Drone Nation

Ah, the aerial shot. Its appeal requires little explanation. Not only does it offer the viewer a perspective that we are unable to see from the ground, but it also lends production value to any project, large or small. The problem, until recently, was that aerial shoots were very costly. If you wanted that shot, for decades your only option was to rent a helicopter. Rates for renting a chopper vary greatly but could easily run between $800 to $2,000/hour. Add in cinema stabilizing tools and safety personnel and you might be up to $10,000 before you even leave the ground.

Consequently, only major film studios could afford to pay such a premium. Consider recent action blockbusters like Skyfall, Spectre, Taken 3, Jurassic World, San Andreas and Captain America: Civil War. Only films with enormous budgets like these could afford such dazzling aerials, right? Wrong. Each of those films shot their airborne scenes with drones rather than helicopters. So how did all of this happen? How did such a costly enterprise become so inexpensive that even hobbyists could afford them – all the while the quality remained so high that major film studios were simultaneously confident in using them?

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In January of 2013, the Chinese technology company DJI unveiled the Phantom 1, a new product they hoped would shake up the camera business. A remote-controlled drone equipped with a camera, its max speed was just 10 meters per second and its flight time was limited to 10-15 minutes before needing a recharge. To be clear, there are a multitude of different drones on the market today, but no single release did as much to popularize the technique as the Phantom series. In 2011, DJI reported annual earnings of $4 million. This increased by $130 million after the Phantom 1 was released less than two years later.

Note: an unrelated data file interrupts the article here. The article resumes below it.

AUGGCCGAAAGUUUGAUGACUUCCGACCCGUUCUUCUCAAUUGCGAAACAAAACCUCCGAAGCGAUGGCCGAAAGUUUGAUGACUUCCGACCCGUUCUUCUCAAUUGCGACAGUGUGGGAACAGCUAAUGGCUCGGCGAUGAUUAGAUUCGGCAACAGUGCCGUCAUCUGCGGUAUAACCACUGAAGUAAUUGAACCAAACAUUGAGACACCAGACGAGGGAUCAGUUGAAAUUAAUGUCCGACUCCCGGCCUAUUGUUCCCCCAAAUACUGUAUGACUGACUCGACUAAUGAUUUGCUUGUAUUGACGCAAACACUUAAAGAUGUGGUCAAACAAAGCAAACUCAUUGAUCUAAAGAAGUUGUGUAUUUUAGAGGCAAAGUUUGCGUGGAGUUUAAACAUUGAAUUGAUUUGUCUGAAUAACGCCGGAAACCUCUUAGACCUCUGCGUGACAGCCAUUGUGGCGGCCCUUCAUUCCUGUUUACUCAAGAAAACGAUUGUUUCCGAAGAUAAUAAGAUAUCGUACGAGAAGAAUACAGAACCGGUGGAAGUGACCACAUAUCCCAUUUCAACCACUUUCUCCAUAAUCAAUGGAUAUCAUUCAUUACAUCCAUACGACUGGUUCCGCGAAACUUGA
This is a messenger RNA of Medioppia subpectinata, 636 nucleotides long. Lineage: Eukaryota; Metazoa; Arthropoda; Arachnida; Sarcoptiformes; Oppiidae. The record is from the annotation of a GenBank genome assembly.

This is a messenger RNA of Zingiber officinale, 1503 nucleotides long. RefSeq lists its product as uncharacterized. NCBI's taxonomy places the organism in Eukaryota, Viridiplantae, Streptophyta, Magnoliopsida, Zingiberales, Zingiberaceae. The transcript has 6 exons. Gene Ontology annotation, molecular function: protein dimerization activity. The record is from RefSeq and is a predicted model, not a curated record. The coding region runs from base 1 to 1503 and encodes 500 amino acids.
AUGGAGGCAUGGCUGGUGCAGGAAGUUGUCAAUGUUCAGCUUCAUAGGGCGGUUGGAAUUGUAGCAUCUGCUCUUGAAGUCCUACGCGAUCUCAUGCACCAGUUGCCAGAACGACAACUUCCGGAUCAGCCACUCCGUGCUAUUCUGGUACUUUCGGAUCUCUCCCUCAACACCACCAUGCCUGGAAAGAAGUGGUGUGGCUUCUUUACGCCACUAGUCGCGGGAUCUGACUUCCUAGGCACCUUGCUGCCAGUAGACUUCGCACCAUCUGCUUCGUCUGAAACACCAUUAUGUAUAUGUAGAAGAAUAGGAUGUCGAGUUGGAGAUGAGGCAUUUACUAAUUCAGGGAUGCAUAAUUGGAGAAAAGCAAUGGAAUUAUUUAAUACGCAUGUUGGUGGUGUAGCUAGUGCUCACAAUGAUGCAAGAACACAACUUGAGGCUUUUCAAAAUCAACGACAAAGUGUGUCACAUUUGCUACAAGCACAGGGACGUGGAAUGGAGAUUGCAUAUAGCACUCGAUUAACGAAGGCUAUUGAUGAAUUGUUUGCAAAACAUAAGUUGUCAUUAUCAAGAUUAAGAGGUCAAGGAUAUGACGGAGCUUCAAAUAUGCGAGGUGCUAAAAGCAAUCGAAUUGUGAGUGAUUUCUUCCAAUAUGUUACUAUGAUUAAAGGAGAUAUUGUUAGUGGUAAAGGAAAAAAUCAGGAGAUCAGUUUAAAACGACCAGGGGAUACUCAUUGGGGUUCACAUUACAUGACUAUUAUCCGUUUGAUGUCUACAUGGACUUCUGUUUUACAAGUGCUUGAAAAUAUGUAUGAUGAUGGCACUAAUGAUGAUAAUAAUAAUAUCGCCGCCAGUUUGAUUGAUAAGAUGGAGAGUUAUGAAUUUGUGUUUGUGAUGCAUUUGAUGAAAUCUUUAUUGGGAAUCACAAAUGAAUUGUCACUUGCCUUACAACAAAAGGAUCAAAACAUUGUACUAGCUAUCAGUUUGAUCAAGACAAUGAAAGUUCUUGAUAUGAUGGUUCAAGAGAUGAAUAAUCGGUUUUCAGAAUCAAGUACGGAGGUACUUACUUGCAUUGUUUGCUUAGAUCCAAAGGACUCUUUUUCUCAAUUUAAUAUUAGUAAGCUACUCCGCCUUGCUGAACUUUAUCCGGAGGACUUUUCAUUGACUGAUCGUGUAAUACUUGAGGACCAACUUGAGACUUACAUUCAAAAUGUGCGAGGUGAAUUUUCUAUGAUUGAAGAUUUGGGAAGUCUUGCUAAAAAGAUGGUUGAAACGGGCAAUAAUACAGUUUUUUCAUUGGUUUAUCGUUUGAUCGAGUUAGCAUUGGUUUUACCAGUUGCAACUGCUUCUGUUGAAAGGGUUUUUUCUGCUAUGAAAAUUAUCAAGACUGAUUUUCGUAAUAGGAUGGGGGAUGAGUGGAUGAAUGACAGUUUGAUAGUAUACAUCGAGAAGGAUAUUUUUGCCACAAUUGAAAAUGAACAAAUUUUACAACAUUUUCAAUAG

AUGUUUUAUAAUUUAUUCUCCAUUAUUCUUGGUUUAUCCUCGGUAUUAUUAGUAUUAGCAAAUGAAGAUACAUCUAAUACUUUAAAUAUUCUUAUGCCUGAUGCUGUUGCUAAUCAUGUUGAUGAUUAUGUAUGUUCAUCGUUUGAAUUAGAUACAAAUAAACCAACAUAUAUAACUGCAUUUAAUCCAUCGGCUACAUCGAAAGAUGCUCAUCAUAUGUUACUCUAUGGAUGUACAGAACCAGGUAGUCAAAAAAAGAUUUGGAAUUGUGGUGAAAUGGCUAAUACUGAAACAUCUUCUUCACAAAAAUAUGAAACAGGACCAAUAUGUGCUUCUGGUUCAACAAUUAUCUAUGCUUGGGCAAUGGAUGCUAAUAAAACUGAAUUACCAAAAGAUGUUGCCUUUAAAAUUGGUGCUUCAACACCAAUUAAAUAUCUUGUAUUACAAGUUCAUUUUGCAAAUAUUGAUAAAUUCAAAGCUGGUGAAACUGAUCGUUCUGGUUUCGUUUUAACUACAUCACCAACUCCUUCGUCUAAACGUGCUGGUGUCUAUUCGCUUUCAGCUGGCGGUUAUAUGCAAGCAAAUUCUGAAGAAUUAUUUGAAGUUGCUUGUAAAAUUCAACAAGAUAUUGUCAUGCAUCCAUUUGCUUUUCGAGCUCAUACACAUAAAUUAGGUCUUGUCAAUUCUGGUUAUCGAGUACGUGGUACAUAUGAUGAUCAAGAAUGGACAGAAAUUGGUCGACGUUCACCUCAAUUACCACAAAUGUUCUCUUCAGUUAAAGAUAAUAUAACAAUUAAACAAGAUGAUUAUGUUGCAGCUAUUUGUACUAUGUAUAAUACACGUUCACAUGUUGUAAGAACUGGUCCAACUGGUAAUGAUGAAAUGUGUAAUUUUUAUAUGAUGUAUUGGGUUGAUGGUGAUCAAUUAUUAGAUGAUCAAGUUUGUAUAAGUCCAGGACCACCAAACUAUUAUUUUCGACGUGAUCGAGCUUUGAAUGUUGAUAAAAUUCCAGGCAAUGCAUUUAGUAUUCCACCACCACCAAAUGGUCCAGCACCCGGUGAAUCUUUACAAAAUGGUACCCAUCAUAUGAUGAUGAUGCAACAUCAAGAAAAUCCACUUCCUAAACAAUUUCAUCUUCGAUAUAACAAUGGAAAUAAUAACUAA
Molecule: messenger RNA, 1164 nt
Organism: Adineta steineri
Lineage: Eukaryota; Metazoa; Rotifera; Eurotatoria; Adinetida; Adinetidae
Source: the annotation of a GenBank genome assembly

Subsequent releases from DJI would continue to refine and perfect the product. The Phantom 2 added Wi-Fi capability. The Phantom 3 offered drone users the capability to shoot footage in 4k for the first time. Flash forward to 2018 and the premium offering, the Phantom 4, offers unparalleled resolution, detail and features for the modern videographer. Flight time and top airspeed have also doubled since the Phantom 1.

Most industry professionals estimate sales from the Phantom series to be well over $1 billion. In addition to the Phantom, DJI has launched the Mavic, Inspire and Spark models with varying price points and users in mind.

When compared to helicopter shots, drones offer additional advantages. The remote capability allows you to place the camera in dangerous places that human beings can’t or shouldn’t go. Imagine how useful a drone could be for a news organization when needing to capture footage from wartime or a volcano blast up close and personal – all the while keeping personnel safe and sound. Portability is also an advantage. Some drones are so small that they can be thrown into a backpack and taken on hikes up mountains for nature or mountain climbing documentaries. The small size allows you to fly them between trees or underneath a bridge to capture an immersive shot that you couldn’t get with a helicopter.

Here at MCC, we regularly source stock drone footage for client work on a wide range of projects. Clients like Houston-based Speedcast, which specialize in satellite connectivity for ships at sea, have required drone shots on more than one occasion.

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Videographer Zachary Rutledge of Songbird Media Group & MCC Video Producer Michael Zynda on site at the Kinetrex LNG South Facility in Indianapolis, Indiana, with the DJI Phantom 4 PRO.

A couple of months ago, we proposed a number of ways to enhance the web content of one of our newest clients, Kinetrex, a natural gas company in Indianapolis. Our recommendations included videos to be featured on their website. Not only would they be the first videos we’d ever produced for the client, but it was also clear early on that one video would require all original drone footage on-site at their facilities in central Indiana. So we packed our bags, flew up there and started shooting. I’m very pleased with the results, but why take my word for it? See for yourself.

At MCC, we’d love to help up your video game with drones and other high-end production techniques. Just ask, and we’ll elevate your brand!

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